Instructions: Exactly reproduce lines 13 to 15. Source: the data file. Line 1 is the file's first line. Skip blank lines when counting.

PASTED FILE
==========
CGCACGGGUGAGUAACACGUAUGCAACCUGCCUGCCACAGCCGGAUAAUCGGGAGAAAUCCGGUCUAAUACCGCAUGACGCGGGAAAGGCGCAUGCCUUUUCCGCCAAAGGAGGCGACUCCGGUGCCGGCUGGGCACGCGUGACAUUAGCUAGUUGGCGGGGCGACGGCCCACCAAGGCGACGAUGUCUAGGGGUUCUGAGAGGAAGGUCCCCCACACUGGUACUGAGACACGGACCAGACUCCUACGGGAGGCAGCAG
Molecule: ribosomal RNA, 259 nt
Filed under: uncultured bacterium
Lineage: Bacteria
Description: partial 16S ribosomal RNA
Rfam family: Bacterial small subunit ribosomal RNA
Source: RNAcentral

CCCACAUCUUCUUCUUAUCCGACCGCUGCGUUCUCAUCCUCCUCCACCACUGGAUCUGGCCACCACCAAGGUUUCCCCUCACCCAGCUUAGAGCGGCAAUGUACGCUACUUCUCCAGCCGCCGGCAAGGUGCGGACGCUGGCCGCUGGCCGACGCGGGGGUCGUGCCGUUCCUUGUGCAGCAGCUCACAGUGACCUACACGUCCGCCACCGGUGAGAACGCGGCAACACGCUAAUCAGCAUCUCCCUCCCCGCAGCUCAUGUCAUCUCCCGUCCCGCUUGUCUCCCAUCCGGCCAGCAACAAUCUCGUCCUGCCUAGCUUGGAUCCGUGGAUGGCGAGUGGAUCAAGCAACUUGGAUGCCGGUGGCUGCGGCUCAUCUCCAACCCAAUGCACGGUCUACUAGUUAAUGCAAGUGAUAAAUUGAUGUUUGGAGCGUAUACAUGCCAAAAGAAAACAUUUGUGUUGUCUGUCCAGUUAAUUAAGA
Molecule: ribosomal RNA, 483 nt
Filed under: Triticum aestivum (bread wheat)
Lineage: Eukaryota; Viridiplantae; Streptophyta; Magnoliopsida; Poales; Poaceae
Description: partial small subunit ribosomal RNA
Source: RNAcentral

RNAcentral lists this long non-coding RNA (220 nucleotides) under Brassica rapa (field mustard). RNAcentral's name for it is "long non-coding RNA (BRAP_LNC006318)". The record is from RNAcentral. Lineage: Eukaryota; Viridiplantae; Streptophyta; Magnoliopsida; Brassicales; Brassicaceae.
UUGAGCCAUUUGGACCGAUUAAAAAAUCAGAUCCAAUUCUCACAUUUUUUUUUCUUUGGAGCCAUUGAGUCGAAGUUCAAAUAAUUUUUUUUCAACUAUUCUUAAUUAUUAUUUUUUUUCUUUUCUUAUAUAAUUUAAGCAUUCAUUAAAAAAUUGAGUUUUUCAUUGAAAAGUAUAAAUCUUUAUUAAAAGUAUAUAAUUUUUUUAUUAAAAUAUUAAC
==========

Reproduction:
Source: RNAcentral

RNAcentral lists this long non-coding RNA (220 nucleotides) under Brassica rapa (field mustard). RNAcentral's name for it is "long non-coding RNA (BRAP_LNC006318)". The record is from RNAcentral. Lineage: Eukaryota; Viridiplantae; Streptophyta; Magnoliopsida; Brassicales; Brassicaceae.
UUGAGCCAUUUGGACCGAUUAAAAAAUCAGAUCCAAUUCUCACAUUUUUUUUUCUUUGGAGCCAUUGAGUCGAAGUUCAAAUAAUUUUUUUUCAACUAUUCUUAAUUAUUAUUUUUUUUCUUUUCUUAUAUAAUUUAAGCAUUCAUUAAAAAAUUGAGUUUUUCAUUGAAAAGUAUAAAUCUUUAUUAAAAGUAUAUAAUUUUUUUAUUAAAAUAUUAAC